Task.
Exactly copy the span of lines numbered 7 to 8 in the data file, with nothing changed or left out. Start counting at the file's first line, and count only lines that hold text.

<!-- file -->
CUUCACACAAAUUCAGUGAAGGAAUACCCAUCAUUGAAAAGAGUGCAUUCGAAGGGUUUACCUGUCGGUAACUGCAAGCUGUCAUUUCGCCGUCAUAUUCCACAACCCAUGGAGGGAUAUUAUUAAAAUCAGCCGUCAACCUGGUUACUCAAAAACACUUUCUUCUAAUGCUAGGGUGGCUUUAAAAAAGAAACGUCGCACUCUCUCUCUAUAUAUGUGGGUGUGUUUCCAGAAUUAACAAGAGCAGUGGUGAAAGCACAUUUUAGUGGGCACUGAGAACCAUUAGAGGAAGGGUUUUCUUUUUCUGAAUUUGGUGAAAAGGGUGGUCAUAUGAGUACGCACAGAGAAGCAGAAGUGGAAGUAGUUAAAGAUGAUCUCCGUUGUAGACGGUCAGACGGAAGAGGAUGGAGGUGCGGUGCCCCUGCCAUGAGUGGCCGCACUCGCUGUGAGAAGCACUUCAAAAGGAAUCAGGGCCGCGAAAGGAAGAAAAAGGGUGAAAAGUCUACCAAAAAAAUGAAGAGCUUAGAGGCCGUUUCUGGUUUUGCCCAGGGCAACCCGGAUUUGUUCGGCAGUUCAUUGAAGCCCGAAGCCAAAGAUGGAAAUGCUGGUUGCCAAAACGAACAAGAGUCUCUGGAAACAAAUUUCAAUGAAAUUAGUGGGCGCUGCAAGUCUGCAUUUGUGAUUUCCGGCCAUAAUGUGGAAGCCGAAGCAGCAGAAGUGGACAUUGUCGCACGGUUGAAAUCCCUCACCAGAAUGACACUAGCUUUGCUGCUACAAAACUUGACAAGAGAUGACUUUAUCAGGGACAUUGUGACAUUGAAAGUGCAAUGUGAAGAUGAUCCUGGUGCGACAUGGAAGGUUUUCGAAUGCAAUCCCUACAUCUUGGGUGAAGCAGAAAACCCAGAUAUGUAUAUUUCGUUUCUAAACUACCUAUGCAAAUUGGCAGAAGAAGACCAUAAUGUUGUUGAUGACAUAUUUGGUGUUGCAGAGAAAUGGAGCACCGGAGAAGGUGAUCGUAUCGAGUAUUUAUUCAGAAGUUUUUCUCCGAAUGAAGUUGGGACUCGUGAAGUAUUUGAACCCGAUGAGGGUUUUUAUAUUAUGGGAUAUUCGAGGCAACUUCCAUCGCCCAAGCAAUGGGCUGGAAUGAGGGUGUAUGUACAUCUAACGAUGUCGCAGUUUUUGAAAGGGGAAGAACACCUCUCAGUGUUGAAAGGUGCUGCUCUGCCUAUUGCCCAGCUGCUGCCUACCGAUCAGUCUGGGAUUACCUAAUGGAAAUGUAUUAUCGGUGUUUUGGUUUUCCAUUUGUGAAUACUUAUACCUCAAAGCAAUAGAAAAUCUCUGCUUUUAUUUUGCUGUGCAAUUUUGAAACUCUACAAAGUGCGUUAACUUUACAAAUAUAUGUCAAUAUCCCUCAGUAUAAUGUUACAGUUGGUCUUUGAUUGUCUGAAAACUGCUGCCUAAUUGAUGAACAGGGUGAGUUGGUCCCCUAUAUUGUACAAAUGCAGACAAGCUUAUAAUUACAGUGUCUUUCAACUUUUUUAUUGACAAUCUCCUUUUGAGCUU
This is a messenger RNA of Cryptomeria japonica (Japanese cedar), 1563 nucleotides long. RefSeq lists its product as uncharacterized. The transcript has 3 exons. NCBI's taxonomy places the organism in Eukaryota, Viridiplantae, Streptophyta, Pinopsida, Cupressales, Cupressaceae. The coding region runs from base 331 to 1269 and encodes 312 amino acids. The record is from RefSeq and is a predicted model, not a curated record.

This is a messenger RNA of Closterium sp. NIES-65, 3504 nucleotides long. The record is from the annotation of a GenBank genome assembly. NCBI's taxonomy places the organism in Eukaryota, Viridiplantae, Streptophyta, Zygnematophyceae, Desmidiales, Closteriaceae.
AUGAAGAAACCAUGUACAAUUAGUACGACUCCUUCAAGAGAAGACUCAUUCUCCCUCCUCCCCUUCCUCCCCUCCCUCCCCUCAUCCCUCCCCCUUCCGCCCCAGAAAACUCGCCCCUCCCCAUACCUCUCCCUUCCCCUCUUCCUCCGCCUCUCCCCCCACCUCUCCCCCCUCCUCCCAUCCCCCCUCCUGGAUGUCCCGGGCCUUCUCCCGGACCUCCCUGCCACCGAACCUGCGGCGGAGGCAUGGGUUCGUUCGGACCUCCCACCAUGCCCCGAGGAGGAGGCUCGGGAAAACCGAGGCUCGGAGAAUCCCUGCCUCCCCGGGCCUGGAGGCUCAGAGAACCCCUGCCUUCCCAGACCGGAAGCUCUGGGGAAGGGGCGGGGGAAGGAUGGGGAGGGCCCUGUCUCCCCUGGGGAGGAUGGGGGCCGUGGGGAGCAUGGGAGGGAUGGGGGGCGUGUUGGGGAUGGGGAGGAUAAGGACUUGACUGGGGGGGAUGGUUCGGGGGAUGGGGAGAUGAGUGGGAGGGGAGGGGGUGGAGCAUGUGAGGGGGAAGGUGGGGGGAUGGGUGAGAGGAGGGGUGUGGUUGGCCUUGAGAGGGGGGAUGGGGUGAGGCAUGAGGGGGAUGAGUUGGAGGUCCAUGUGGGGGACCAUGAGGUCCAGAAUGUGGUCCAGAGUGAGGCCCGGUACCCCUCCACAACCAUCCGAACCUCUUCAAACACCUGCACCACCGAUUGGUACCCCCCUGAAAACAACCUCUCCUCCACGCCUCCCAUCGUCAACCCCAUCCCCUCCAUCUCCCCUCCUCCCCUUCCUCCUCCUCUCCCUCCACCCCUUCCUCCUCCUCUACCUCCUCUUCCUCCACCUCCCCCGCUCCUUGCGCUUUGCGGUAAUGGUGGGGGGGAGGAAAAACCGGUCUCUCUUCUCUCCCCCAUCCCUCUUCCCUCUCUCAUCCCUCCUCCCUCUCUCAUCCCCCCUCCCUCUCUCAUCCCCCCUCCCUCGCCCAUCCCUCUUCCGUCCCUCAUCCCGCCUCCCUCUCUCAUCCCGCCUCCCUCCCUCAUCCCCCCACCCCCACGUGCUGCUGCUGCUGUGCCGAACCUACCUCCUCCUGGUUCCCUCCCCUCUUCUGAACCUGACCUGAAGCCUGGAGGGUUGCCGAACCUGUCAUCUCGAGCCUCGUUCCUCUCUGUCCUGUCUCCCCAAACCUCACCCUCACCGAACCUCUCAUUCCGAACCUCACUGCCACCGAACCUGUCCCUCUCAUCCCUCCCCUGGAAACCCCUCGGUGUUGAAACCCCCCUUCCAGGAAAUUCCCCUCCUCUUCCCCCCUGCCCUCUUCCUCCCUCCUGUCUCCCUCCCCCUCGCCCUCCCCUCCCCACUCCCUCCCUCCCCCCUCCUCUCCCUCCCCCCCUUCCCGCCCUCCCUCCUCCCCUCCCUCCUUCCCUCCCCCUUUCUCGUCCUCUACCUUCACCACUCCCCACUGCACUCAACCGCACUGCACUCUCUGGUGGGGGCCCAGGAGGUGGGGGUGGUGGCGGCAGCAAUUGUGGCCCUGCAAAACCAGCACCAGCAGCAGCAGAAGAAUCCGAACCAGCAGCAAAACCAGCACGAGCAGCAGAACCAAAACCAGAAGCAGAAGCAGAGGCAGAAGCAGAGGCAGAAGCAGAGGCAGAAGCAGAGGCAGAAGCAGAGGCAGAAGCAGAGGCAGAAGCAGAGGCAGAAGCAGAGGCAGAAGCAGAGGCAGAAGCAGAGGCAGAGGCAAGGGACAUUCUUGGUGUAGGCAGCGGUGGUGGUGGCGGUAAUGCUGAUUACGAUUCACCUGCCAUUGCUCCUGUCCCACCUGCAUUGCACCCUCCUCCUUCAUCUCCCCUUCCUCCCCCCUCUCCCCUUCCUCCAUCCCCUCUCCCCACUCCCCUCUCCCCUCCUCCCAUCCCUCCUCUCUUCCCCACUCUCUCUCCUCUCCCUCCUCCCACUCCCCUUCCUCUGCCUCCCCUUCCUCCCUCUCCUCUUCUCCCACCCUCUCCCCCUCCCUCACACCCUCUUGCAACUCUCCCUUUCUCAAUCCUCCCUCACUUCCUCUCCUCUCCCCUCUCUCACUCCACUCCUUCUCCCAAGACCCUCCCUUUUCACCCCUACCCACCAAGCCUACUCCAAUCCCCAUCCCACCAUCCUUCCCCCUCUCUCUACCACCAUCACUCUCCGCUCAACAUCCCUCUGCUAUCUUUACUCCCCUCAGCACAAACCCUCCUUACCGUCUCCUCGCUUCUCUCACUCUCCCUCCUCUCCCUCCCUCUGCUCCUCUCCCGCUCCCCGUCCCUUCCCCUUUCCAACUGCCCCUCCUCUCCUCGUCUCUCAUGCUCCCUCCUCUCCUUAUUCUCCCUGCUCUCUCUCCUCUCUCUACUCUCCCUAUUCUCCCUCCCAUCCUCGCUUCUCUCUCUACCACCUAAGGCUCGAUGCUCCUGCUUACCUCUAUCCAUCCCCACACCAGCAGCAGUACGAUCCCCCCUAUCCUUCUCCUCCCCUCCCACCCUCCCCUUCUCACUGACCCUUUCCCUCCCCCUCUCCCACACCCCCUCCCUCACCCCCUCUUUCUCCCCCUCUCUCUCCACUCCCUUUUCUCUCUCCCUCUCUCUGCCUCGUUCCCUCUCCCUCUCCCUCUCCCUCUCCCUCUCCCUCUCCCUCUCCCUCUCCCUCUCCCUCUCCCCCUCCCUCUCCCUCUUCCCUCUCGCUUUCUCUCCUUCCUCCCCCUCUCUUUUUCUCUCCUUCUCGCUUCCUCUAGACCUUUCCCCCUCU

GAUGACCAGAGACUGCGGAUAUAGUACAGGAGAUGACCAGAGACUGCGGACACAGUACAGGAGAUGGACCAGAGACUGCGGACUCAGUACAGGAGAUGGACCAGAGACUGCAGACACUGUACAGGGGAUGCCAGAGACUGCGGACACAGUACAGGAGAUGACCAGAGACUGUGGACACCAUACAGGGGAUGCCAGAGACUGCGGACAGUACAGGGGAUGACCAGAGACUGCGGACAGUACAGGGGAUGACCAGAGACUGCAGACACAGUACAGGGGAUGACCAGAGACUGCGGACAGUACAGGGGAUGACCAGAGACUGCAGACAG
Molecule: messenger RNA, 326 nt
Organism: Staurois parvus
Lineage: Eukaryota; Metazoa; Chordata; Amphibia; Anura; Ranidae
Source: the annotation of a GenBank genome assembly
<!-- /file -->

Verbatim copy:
Organism: Staurois parvus
Lineage: Eukaryota; Metazoa; Chordata; Amphibia; Anura; Ranidae